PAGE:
5 Ways Virtual Reality is Helping Healthcare
Virtual reality is a whole lot more than just a new type of entertainment, it’s increasingly used in a diverse range of medical applications, from treatments to coaching to VR entertainment. Here are some of these.
The parts of the brain that are linked to pain — the insula and the cortex — are less busy when a patient is immersed in virtual reality. In some instances, it may also help people tolerate processes that are normally painful.
Other studies have also shown that amputees can benefit from VR therapy. Amputees frequently feel severe pain and often doesn’t respond like codeine and morphine. But a technique called “virtual mirror therapy”, which entails putting on a VR headset and also controlling a digital form of the absent limb, which appears to help some patients cope with this “phantom pain”.
VR may be used to monitor body motions, allowing patients to work with the movements of their therapy exercises as connections in a VR game. As an instance, to be able to catch a ball that is virtual, they may want to lift an arm.
It is more fun doing exercises in virtual reality than it’s at a gym, so individuals are more motivated to exercise. It can help in other ways also. For instance, we discovered that for patients who are anxious about walking, we could control their surroundings so that it looks like they are moving slower than they actually are. When we do so, they naturally accelerate their walking, however they don’t realise they’re currently doing it and so it is not associated with pain or anxiety.
Studying how folks perceive and interact with VR systems helps people design better rehabilitation applications.
Fears and phobias
When you have an irrational fear of something, then you might think the last thing you want is to view it from virtual reality. However, this is only one of forms of medical VR treatment. Phobias are treated with something called therapy, where a therapist slowly introduces for their anxiety patients. Reality is ideal for this as it can be done in the physician’s office or even at home, and may be adjusted just for the needs of every individual. This is used to treat phobias such as fear of heights and fear of spiders, but also to help individuals recover from prying stress disorder (PTSD).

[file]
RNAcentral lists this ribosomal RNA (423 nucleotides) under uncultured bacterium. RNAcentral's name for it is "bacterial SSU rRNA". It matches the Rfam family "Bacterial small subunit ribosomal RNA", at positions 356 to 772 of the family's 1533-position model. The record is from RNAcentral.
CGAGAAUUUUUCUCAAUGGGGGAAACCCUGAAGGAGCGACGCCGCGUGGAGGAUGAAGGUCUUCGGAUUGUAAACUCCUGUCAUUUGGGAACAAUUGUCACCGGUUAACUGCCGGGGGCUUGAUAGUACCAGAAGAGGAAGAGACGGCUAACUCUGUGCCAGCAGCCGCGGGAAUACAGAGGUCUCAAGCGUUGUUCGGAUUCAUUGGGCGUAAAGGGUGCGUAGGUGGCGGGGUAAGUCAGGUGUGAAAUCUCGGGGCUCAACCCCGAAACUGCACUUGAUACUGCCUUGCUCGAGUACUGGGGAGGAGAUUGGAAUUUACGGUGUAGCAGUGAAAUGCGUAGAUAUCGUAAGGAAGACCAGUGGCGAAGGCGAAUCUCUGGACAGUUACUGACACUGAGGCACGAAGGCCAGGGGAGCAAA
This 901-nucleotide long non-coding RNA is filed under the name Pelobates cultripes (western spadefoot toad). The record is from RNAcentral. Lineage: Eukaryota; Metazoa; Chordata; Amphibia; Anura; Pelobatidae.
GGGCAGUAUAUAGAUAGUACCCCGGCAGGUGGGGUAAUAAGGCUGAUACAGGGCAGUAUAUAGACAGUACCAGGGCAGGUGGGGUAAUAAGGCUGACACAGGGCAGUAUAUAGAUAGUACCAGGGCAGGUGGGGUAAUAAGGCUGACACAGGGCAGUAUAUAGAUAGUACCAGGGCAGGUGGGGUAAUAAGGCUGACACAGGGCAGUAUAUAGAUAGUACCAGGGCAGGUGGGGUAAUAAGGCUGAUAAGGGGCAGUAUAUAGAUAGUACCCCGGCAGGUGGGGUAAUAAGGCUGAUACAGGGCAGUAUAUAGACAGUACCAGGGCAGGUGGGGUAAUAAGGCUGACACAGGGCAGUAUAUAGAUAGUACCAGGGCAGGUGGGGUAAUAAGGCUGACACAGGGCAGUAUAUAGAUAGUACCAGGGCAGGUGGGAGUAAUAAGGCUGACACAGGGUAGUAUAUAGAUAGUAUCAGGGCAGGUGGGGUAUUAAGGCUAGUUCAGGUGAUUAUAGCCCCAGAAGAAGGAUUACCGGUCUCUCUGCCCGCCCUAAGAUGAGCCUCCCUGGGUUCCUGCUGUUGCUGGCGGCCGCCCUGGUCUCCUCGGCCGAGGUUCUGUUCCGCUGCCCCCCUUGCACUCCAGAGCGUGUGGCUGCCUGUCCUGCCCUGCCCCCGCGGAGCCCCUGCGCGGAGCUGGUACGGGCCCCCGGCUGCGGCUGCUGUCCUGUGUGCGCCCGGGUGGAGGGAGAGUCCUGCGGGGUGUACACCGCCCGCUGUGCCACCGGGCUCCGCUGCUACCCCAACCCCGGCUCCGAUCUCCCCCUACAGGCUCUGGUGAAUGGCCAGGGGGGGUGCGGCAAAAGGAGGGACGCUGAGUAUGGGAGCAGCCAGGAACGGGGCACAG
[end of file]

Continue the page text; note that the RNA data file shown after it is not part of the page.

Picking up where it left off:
Allowing patients to practise them and recreating these jobs in virtual environments can speed up recovery and help patients recover a higher level of function.
Doctors can also use these same digital environments as an assessment program, observing patients carrying out a selection of real-world complex jobs and identifying areas of memory loss, decreased attention or issue with determination.
Training physicians and nurses
Virtual reality is, naturally, not only for patients. It also offers benefits. Training physicians and nurses to perform procedures is time-consuming, and instruction needs to be delivered by a busy — and expensive — professional. However, virtual reality is being used to learn anatomy, practise surgeries and teach infection control.
Being immersed in a realistic simulation of a process and practising the measures and techniques is far greater coaching than watching a video, or even standing at a busy room watching a specialist. With low-cost VR equipment, controllable situations and immediate feedback, we have.